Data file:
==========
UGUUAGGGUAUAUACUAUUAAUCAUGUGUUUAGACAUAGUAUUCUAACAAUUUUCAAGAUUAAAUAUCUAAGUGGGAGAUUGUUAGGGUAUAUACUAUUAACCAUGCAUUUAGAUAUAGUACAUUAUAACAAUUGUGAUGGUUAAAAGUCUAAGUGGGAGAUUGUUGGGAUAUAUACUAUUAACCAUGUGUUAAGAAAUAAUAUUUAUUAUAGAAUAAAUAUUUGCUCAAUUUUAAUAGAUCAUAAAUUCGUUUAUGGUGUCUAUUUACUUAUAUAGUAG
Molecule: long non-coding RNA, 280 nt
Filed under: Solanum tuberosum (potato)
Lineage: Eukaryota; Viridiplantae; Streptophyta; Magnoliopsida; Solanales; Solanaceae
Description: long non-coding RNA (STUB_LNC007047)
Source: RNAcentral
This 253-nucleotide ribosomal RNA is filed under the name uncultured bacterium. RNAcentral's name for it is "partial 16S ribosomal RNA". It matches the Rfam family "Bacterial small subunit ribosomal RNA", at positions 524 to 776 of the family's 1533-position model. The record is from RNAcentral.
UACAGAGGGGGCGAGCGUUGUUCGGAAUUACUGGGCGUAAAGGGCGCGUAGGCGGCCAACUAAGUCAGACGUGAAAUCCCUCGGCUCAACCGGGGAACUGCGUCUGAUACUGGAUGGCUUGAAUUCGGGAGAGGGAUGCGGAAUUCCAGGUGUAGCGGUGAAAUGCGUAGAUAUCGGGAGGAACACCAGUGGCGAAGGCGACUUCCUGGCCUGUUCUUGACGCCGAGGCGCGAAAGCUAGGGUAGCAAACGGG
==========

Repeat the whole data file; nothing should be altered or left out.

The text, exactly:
UGUUAGGGUAUAUACUAUUAAUCAUGUGUUUAGACAUAGUAUUCUAACAAUUUUCAAGAUUAAAUAUCUAAGUGGGAGAUUGUUAGGGUAUAUACUAUUAACCAUGCAUUUAGAUAUAGUACAUUAUAACAAUUGUGAUGGUUAAAAGUCUAAGUGGGAGAUUGUUGGGAUAUAUACUAUUAACCAUGUGUUAAGAAAUAAUAUUUAUUAUAGAAUAAAUAUUUGCUCAAUUUUAAUAGAUCAUAAAUUCGUUUAUGGUGUCUAUUUACUUAUAUAGUAG
Molecule: long non-coding RNA, 280 nt
Filed under: Solanum tuberosum (potato)
Lineage: Eukaryota; Viridiplantae; Streptophyta; Magnoliopsida; Solanales; Solanaceae
Description: long non-coding RNA (STUB_LNC007047)
Source: RNAcentral
This 253-nucleotide ribosomal RNA is filed under the name uncultured bacterium. RNAcentral's name for it is "partial 16S ribosomal RNA". It matches the Rfam family "Bacterial small subunit ribosomal RNA", at positions 524 to 776 of the family's 1533-position model. The record is from RNAcentral.
UACAGAGGGGGCGAGCGUUGUUCGGAAUUACUGGGCGUAAAGGGCGCGUAGGCGGCCAACUAAGUCAGACGUGAAAUCCCUCGGCUCAACCGGGGAACUGCGUCUGAUACUGGAUGGCUUGAAUUCGGGAGAGGGAUGCGGAAUUCCAGGUGUAGCGGUGAAAUGCGUAGAUAUCGGGAGGAACACCAGUGGCGAAGGCGACUUCCUGGCCUGUUCUUGACGCCGAGGCGCGAAAGCUAGGGUAGCAAACGGG